YENTHA SPECIAL – The Dawn Of The Alcoholics

Manu Remakant feigns an alcoholic to trail addicts in Trivandrum who hop bars early morning.

he first streaks of sunlight vainly tried to strain through the thick clouds. An unusual fog hugs the city roads. In the darkness my eyes picked a couple of men wearing mundu and white shirt walking hurriedly along the road.

“See them? They are going to the bar on the main road,” said my auto-rickshaw driver, hoping that the topic would break the ice.  “Bar! But it’s only six in the morning! Are they open now?” I asked. “Yes, a few of them,” he turned back and smiled.

It would be interesting to follow the trail. Next morning, I parked my vehicle outside a bar at 5:30am, expecting some queue to form. The camera was ready for the shoot. Nothing happened. There was a bleary-eyed security guard at the gate. Customers trickled in, one by one. Like ants pausing and communing with their friends on return from a feast, the visitors stopped for a while, exchanged a few words with the security man, before disappearing into the dark recesses of the bar.

When I felt the doubtful eyes of the security officer bore into me through the glass, I started my vehicle heading to another bar in the city.

The shutter was closed, but there was a half- opened window. A few men were waiting – one at the bus-stop opposite the road, another in front of a pan shop, a third in his auto-rickshaw. Though scattered, they were all tied by an invisible thread of sneaky glances they frequently threw towards the closed shutter.

Soon a man wound up the shutter from inside the bar. Outside, there was a flutter of muffled excitement. In the pre-dawn darkness, the men slipped one by one into the alley that led to the dark hall. At the last minute before they disappeared into the dark caverns of the bar, they turned back apprehensively one last time to see whether any acquaintances were watching.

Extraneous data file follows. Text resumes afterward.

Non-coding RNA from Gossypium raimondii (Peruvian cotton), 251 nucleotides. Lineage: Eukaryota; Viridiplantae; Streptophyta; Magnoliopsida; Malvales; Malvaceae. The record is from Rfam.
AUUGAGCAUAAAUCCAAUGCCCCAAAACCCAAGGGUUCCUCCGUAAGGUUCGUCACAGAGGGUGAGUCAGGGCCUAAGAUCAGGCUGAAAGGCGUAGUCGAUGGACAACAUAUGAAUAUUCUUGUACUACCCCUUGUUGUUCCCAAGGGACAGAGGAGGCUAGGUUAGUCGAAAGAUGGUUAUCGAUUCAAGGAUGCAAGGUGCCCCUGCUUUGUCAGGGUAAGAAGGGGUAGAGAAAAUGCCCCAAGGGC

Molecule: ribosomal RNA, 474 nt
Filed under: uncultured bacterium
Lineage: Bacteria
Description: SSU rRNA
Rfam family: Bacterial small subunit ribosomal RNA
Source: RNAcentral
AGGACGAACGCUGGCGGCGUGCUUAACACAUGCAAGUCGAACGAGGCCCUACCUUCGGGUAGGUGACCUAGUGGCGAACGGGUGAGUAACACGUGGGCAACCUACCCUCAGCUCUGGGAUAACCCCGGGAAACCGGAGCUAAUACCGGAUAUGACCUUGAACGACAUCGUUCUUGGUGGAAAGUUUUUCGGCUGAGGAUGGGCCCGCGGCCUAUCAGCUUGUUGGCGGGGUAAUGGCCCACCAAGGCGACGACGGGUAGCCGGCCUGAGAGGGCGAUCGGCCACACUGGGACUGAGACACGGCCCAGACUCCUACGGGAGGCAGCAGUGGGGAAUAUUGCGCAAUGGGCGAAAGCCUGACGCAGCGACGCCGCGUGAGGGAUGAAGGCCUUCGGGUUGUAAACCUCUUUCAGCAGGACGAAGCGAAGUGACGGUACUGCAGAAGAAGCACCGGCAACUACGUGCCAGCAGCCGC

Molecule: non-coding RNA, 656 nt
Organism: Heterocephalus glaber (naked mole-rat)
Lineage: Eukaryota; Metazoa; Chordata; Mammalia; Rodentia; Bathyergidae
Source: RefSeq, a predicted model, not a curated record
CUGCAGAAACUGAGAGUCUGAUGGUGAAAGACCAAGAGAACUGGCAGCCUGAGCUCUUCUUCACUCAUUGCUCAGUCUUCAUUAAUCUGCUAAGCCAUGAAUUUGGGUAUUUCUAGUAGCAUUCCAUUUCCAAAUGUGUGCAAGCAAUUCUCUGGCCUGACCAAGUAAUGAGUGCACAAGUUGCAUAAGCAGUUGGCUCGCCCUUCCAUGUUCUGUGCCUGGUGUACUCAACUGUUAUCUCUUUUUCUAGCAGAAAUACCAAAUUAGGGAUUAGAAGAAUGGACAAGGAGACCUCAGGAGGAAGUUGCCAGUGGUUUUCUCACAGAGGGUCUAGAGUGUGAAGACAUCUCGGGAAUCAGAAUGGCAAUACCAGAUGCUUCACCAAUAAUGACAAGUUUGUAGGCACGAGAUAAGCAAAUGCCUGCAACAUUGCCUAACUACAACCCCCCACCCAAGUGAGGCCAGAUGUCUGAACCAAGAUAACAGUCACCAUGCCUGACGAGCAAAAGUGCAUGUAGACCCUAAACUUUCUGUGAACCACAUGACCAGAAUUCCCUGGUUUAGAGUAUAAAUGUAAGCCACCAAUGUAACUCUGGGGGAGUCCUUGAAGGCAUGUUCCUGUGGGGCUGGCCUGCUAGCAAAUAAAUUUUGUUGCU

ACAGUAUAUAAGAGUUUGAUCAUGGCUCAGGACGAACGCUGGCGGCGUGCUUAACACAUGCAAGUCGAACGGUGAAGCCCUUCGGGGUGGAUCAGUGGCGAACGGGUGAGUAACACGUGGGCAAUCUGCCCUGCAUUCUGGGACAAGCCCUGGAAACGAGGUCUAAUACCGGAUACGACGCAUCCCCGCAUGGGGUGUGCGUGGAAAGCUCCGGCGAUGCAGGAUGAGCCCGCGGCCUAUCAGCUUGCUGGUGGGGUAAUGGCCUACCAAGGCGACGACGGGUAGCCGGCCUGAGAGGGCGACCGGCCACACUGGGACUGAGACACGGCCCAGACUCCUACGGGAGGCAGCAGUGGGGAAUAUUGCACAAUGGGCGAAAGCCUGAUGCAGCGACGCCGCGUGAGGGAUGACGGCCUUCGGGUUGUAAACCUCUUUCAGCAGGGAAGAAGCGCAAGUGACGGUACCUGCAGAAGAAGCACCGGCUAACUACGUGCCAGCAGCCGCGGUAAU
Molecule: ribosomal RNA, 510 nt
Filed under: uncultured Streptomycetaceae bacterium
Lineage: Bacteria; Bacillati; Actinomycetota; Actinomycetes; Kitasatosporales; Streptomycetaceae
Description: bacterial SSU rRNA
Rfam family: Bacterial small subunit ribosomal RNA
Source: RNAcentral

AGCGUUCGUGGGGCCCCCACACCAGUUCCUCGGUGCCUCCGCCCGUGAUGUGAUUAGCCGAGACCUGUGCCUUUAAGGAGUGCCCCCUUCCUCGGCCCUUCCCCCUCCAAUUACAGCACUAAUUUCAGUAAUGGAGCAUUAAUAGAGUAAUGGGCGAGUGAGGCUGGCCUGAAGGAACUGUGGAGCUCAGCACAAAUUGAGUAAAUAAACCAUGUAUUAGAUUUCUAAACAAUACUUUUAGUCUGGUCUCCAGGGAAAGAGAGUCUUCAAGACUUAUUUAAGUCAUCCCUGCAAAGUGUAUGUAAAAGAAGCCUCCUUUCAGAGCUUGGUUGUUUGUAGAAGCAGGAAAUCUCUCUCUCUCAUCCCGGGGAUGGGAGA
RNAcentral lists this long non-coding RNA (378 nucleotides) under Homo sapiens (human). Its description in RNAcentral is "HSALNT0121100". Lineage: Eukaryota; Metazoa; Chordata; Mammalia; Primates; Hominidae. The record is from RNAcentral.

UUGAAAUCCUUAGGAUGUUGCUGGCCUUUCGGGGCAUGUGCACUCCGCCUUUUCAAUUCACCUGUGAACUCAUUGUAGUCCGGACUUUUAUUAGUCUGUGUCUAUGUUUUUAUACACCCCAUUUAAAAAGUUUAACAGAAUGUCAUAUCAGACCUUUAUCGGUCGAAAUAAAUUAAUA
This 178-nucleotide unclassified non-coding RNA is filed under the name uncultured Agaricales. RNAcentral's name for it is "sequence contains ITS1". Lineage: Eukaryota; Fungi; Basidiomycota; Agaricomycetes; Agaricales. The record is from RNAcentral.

They know that drinking at this time is advertising their precise rung on the addiction ladder. Society would dump early-morning drinkers as hopeless cases. “Of course, they have crossed the line,” says Dr. Shibi S, a physician in a private hospital.  Why do they still take such risks?

To know, I had to go further down the rabbit hole. Without even a sketchy script for the next act, I decided to go deeper into the dirt, chancing my liver.

I went past the set and hard face of the security guard to slip into the bar. My smile unreturned by the man in the uniform hung in the frozen morning air for a minute and vanished.


YENTHA SPECIAL - The Dawn Of The Alcoholics
Yentha reporter waits outside a bar to spot the ‘early birds’
My eyes soon accustomed to pick the faint outlines of the waiters and the customers shuffling in silence across the hall. There was some secret understanding among them in the way they walked, talked and exchanged nods. The haze of last day’s drunken revelry hadn’t lifted. The counter at one corner was dimly lit.

I never had it in the morning in my life, but today I had to. The waiters in some of the bars in the city are ‘civilised’ thugs, I know. The polish would come off easily. The last thing they brook inside a bar is a reporter. So I had to play the drunkard.

I sat with a glass of the black concoction and a wedge of pickled lemon near a man of around 50. Any drink that cost more than 40 bucks is out of sync with a drunkard. It could raise eyebrows inside the bar, I feared.